“They sure don’t. They are full-time residents which, I guess, gives them a special status,” Willie says, half mockingly.

“I work at the mayor’s land-use office; I will enquire about the legalities of the whole thing. Pat, I wish you had talked to me about it before.”

“Very interesting. This could solve multiple complaints of the players stepping in goose manure, the smell, the cleaning needed before every grass cutting, the accidents—”

“What accidents, Willie?” asks Lani.

“Last year, in the last round of the Club championship, Mr. Gordon’s drive on the seventh hole hit a goose in flight, in the head. The goose dropped dead, and so did Mr. Gordon’s ball,” says Willie.

“That’s a “rub of the green” situation. I am sure Gordon was upset—”

“Upset is the understatement of the year,” Willie interrupts. “He made such a stink they had to replay the hole.”

Lani and Pat have a good laugh. Gordon had recently invited Jim to be his partner in the course’s Wednesday golf league.

“Pat, what’s the other thing you want to talk to me about?”

“Did you see that horrible tanker truck explosion on TV last night?” Pat asks Willie.

“I didn’t, but my wife told me about it.”

“My best friend’s dad was in the second car behind that truck and died on the spot. Cliff’s mom doesn’t have a job, and I am worried about them. Is there any kind of job he can do here for a few hours a day to earn a little money?”

“I know Cliff. He’s the tall, black youngster who’s come with you and Lani sometimes, right?” asks Willie.

“Yes, and his family needs help. Please think about it and let me know. I would appreciate it.”

“I’ve known Cliff by sight since he was little. His dad, Malcolm, was an avid golfer, and he often brought the little tyke along with him. I will think about it, I promise. I remember once Malcolm told me that he hoped little Cliff could be a golf pro someday.”

“Thank you, Willie.”

Pat picks up his bag and goes to the driving range where Lani is hitting some irons. The dogs see Jim walking down the ninth hole and run to him. Such is their routine and soon they go home.


Once home, Lani feeds the little beasts, washes her hands, and jumps on cooking dinner. The chicken tenders and frozen vegetables she’d pulled out of the freezer are defrosted enough. She gets out the spices, pots, and pans.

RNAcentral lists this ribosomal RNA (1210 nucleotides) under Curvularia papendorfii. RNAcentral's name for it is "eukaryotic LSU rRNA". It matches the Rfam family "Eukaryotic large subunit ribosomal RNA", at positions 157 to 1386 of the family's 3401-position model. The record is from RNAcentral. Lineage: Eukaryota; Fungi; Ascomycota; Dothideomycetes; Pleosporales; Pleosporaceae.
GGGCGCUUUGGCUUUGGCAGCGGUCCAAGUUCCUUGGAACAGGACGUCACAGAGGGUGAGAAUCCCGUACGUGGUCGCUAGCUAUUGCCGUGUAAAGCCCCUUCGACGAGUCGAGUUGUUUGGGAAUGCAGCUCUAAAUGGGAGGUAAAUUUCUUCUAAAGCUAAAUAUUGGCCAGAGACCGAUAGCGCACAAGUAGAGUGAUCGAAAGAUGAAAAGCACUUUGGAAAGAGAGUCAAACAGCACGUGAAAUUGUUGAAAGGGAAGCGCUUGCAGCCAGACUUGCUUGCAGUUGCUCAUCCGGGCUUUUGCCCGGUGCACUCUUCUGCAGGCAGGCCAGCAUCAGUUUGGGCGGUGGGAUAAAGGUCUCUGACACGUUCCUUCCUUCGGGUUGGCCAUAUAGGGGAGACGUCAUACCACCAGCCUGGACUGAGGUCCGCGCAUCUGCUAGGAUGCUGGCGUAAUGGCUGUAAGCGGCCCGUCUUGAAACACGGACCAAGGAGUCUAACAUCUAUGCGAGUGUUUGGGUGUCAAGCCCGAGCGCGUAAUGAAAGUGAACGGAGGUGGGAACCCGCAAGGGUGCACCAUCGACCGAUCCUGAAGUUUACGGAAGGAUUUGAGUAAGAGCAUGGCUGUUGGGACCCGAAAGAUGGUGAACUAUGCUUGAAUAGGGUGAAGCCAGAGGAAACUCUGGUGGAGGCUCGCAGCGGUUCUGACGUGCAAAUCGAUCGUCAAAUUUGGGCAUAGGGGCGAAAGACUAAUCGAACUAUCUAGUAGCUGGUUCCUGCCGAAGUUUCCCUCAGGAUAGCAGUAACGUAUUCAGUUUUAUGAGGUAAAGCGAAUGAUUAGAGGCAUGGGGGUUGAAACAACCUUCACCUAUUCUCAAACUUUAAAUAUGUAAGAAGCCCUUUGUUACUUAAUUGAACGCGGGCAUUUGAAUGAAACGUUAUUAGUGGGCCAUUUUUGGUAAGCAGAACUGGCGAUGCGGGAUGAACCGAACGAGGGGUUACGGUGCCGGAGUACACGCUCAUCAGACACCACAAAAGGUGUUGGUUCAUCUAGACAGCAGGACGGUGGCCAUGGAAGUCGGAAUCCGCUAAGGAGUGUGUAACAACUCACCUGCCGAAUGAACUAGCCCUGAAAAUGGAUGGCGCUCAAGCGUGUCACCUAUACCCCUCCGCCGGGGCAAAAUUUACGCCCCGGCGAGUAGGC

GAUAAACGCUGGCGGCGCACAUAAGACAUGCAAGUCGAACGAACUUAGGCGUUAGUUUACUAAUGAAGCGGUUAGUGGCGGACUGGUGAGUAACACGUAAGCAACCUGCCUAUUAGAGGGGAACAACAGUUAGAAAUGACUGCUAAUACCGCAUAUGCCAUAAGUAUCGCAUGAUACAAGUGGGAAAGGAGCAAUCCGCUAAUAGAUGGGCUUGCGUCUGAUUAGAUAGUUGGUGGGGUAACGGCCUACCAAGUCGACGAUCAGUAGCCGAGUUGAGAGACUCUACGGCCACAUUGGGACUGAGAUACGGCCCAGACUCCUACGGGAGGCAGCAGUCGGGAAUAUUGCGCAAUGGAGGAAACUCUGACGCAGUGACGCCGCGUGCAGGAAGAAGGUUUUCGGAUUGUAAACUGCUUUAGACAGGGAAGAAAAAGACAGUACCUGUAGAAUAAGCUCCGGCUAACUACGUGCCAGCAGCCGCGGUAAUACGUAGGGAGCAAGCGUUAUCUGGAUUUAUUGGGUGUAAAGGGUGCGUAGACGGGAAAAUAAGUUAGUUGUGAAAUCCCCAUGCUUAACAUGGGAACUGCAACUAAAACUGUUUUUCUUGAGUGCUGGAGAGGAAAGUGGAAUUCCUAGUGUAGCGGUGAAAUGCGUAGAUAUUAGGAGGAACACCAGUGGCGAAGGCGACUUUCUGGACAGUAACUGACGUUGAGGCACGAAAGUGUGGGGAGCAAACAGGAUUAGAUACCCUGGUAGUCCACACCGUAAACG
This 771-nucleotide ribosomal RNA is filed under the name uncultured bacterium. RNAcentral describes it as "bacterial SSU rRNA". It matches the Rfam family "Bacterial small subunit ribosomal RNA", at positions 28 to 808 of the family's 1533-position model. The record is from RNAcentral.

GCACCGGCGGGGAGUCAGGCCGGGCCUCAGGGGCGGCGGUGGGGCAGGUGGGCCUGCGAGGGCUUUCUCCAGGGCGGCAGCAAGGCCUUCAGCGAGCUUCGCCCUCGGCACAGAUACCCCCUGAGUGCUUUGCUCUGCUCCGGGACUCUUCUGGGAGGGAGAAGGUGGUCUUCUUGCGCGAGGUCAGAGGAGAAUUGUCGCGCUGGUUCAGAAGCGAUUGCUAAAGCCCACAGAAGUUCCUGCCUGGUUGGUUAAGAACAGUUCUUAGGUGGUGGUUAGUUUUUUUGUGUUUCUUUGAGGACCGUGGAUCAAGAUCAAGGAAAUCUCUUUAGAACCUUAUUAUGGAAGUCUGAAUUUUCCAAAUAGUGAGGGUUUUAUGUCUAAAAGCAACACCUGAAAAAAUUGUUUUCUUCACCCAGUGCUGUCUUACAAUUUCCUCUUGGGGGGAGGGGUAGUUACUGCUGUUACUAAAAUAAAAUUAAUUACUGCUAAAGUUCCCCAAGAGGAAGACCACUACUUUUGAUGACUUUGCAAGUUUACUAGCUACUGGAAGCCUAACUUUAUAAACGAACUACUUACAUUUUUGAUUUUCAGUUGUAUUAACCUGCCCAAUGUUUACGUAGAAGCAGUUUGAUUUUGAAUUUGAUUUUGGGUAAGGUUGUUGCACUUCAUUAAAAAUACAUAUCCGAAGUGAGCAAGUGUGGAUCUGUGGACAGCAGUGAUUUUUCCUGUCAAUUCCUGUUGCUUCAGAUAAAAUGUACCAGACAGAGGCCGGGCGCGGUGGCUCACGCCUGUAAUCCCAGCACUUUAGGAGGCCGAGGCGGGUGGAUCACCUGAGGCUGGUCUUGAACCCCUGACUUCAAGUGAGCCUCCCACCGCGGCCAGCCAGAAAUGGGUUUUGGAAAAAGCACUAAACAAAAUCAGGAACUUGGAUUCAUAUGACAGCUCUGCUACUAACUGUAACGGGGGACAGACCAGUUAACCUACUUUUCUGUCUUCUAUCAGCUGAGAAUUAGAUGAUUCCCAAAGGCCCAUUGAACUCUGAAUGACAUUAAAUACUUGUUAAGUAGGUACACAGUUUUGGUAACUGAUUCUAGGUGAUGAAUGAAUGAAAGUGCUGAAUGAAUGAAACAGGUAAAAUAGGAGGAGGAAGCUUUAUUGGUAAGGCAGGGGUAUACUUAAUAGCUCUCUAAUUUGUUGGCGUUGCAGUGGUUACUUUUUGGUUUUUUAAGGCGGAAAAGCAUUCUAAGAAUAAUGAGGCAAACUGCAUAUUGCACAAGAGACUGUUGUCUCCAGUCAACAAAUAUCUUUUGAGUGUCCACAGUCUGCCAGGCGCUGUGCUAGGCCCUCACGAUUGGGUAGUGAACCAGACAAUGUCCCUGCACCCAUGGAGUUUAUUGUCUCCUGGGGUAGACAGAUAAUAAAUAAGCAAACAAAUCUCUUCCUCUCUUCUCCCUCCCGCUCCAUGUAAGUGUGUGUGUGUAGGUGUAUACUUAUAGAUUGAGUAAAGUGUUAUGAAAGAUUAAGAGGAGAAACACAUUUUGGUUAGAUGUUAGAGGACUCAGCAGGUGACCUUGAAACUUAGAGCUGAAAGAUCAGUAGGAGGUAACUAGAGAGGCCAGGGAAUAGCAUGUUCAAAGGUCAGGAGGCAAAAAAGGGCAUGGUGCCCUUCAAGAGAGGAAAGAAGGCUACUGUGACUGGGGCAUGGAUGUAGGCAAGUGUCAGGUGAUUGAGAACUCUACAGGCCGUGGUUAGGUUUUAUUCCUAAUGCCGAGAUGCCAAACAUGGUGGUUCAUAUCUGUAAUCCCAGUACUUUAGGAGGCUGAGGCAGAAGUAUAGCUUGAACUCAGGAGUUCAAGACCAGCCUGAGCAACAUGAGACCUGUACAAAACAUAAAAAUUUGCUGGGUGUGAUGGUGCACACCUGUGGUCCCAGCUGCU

Pat keeps her company while having a cold drink. The day’s dramatic events affect him in unexpected ways. He realizes that although Lani is not his mom, she will most likely be his stepmom one day, and he doesn’t know yet what makes her tick. The thought that children take for granted their parents and siblings crosses his mind again. He will do something about it.

“Lani, you’ve never told me about your golfing experiences. How did you start playing and why?” Pat respects Lani and knows that she not only likes the game, but she also loves it. He hopes to know more about Lani and get a deeper understanding of the game and its meaning.

“How I started and why? That’s easy and actually funny. What I think about the game, that’s a bit more complicated; one day, when we have the time, I’ll dive into it for you,” she says and continues with her cooking prep.

“Then tell me the easy part, the how and the why.”

“I think it was the second or the third week after starting work in New York. Bruno Místico—the boss—invited me out to lunch to talk and get to know each other better. The office was on the Westside in Midtown Manhattan, and he took me to the Chelsea Piers area. He bought two large clam chowders, and we walked and talked by the river. One of the facilities he showed me was the golf range.”

“They have a driving range in the City? I didn’t know that.”

“Well, it’s quite unique and well worth seeing the next time we go to New York. It’s an old, wide four-story brick building on the Hudson River, with the façade removed and facing the river. On the water, they have a huge floating artificial turf deck surrounded by tall nets. There are about sixty stalls for hitting balls equipped with a pneumatic system, perching a new ball automatically on top of a short, white rubber hose tee.”

“Wow, that must be fantastic. How much does it cost?”

“I could only go at peak-time because of work , and that was 170 balls, for fifty-five minutes—whichever comes first. It was twenty-eight dollars off-peak and forty peak-time.

“Wow, that’s a lot of money.”

“But there’s more. I expressed interest in it, so Bruno took me inside to see what it was all about and bought me a videotape called “Golf for Women.” On the box was a young lady pictured with a broom painted white on one side and black on the other. That was all it took. I didn’t have a VCR those days, but he let me watch it on the office’s machine. It made all the sense in the world to me. All physics, geometry, and mind control—right up my alley.”

“Dad, you need to come and hear this. This is unbelievable.”